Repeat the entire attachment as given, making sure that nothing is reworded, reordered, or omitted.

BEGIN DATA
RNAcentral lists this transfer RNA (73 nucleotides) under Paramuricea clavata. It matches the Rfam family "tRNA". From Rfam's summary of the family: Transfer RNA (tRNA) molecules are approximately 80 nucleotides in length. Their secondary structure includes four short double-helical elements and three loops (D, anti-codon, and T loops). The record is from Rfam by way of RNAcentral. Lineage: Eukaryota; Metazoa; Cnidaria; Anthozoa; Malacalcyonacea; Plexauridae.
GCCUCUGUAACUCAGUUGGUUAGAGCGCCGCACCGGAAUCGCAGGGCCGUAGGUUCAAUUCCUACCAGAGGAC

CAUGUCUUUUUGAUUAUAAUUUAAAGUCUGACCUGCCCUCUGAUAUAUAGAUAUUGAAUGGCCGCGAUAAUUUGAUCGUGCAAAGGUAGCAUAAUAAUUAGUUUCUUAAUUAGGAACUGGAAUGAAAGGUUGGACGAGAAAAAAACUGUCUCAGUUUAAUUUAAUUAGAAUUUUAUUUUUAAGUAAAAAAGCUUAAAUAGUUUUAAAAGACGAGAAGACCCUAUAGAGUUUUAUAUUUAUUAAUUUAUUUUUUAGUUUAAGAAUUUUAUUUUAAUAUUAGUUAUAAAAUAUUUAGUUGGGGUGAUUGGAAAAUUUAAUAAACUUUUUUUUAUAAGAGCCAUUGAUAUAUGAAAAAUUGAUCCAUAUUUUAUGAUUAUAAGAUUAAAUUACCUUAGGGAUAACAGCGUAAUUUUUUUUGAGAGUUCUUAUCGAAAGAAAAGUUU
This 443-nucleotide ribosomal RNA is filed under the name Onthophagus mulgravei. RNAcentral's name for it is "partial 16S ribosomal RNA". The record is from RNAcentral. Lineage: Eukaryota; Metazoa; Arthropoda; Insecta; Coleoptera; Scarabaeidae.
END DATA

RNAcentral lists this transfer RNA (73 nucleotides) under Paramuricea clavata. It matches the Rfam family "tRNA". From Rfam's summary of the family: Transfer RNA (tRNA) molecules are approximately 80 nucleotides in length. Their secondary structure includes four short double-helical elements and three loops (D, anti-codon, and T loops). The record is from Rfam by way of RNAcentral. Lineage: Eukaryota; Metazoa; Cnidaria; Anthozoa; Malacalcyonacea; Plexauridae.
GCCUCUGUAACUCAGUUGGUUAGAGCGCCGCACCGGAAUCGCAGGGCCGUAGGUUCAAUUCCUACCAGAGGAC

CAUGUCUUUUUGAUUAUAAUUUAAAGUCUGACCUGCCCUCUGAUAUAUAGAUAUUGAAUGGCCGCGAUAAUUUGAUCGUGCAAAGGUAGCAUAAUAAUUAGUUUCUUAAUUAGGAACUGGAAUGAAAGGUUGGACGAGAAAAAAACUGUCUCAGUUUAAUUUAAUUAGAAUUUUAUUUUUAAGUAAAAAAGCUUAAAUAGUUUUAAAAGACGAGAAGACCCUAUAGAGUUUUAUAUUUAUUAAUUUAUUUUUUAGUUUAAGAAUUUUAUUUUAAUAUUAGUUAUAAAAUAUUUAGUUGGGGUGAUUGGAAAAUUUAAUAAACUUUUUUUUAUAAGAGCCAUUGAUAUAUGAAAAAUUGAUCCAUAUUUUAUGAUUAUAAGAUUAAAUUACCUUAGGGAUAACAGCGUAAUUUUUUUUGAGAGUUCUUAUCGAAAGAAAAGUUU
This 443-nucleotide ribosomal RNA is filed under the name Onthophagus mulgravei. RNAcentral's name for it is "partial 16S ribosomal RNA". The record is from RNAcentral. Lineage: Eukaryota; Metazoa; Arthropoda; Insecta; Coleoptera; Scarabaeidae.